What’s weird to me about the disappearance of Mormon feminism is that I know so many feminists in other Christian traditions where (from my point of view) you might think that feminism might not be as necessary anymore. (They would probably point out, however, that any Christian female has to deal with a legacy of sexism that is embedded in our canonical texts.) But it seems that a church like ours, especially in the cultural context of America where egalitarianism is highly valued, would keep on producing feminists.

But while I brought up these issues frequently in informal conversation, I was still careful. I was somewhat hesitant to do academic work in Mormon feminism, and I wouldn’t have even considered doing something like presenting at Sunstone. The climate of fear which resulted from the September Six and other excommunications had definitely left its mark on me, and I had no desire to get into ecclesiastical trouble.

I moved to Northern California in the fall of 2003, to start a PhD program in theology. This time, getting out of Utah didn’t help much; I still found church incredibly difficult, and I continued to alternate between going regularly and taking long breaks. It was less an issue of disagreeing with a lot of things–though of course, that was always there. But even more, I simply struggled with the sense that I would never fit into a Mormon context. I was older and single (already a strike against me), and in some basic way I felt like I just didn’t have a Mormon personality.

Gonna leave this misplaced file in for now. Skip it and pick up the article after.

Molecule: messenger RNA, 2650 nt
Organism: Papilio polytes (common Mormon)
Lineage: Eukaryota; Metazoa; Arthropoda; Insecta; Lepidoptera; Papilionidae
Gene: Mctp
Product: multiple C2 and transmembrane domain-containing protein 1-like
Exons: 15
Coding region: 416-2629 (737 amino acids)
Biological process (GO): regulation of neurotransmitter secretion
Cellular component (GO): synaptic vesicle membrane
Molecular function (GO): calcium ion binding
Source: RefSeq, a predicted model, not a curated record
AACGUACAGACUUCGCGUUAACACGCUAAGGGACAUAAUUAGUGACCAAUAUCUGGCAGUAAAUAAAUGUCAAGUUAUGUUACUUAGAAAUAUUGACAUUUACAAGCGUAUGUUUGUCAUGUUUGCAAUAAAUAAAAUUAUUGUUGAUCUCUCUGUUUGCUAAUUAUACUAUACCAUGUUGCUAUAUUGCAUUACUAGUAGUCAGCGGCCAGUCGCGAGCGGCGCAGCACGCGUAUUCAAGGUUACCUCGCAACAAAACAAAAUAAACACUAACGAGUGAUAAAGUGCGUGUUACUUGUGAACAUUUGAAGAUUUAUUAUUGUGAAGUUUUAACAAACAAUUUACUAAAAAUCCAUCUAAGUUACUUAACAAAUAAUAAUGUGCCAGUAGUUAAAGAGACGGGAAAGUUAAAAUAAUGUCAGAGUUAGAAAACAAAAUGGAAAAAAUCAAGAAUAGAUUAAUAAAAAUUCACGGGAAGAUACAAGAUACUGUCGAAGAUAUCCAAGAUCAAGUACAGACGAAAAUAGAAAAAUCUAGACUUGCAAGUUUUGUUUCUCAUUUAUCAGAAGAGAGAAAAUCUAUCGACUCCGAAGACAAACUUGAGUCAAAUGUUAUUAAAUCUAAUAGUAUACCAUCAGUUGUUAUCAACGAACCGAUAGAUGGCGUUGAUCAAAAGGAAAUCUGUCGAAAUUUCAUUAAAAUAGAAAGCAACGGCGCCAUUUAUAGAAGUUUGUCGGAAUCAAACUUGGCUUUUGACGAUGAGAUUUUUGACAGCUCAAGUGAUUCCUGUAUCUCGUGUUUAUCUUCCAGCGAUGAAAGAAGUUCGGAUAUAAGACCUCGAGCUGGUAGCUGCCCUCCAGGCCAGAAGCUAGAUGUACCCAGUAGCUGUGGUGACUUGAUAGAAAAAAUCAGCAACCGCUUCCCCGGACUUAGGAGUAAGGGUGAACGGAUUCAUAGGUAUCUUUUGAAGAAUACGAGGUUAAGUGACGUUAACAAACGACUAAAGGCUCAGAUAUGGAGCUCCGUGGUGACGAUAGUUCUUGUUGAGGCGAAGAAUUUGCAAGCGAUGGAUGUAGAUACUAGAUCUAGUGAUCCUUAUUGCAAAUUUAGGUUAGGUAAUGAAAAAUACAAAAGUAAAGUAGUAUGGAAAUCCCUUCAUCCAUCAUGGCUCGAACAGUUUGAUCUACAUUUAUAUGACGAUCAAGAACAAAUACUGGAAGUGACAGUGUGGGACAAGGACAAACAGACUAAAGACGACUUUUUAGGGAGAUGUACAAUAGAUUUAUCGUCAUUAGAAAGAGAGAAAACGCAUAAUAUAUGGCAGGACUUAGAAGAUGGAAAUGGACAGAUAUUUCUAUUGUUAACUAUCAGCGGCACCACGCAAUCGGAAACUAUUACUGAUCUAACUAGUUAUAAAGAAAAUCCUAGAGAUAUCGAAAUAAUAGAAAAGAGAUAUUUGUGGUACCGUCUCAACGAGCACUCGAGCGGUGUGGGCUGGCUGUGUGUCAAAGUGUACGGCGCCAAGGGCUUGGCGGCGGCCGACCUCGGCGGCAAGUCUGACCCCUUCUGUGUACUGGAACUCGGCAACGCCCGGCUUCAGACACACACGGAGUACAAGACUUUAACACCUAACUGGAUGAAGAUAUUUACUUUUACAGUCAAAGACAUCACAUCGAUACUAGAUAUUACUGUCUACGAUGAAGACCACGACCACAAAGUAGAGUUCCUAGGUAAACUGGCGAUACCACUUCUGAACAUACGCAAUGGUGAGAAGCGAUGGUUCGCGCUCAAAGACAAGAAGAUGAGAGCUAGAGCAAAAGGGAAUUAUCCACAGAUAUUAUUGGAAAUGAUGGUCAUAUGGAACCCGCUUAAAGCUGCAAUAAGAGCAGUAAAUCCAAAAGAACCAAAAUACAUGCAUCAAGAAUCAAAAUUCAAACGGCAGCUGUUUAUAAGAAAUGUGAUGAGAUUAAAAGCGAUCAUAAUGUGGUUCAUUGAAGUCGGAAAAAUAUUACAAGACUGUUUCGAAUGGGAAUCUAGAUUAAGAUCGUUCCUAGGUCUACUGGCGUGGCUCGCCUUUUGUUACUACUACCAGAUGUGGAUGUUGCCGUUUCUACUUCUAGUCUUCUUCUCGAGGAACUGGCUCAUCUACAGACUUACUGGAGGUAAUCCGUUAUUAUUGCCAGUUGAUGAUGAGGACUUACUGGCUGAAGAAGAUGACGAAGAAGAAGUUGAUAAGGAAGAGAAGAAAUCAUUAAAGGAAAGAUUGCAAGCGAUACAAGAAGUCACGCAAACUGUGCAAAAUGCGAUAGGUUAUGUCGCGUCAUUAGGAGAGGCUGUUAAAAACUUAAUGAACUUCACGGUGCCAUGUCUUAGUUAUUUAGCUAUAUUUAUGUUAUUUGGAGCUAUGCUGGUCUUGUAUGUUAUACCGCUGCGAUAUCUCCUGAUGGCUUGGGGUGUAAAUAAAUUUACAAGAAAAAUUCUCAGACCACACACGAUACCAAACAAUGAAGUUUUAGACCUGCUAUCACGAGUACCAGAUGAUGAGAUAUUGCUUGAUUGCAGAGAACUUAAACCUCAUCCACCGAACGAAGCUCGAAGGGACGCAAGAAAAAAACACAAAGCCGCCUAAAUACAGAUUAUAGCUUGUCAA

But in 2005, I encountered something that would change my life in ways I never would have initially anticipated. In March of that year, I read about FMH in the New York Times, and passed the link along to my siblings with the comment, “This is a blog by ‘Mormon feminist housewives’ that some of you might find interesting. I  looked it over the other day, and it seems to be made up of committed Mormons who nonetheless aren’t happy about the Church and gender.”

(to be continued)


  1. “how can you explain what it is to feel alienated and excluded, not by people’s conscious intent, but by the social structure itself, by doctrine you aren’t sure you can swallow, by all of that? And then I feel bad, because I don’t make an effort to fit in, because I hide.”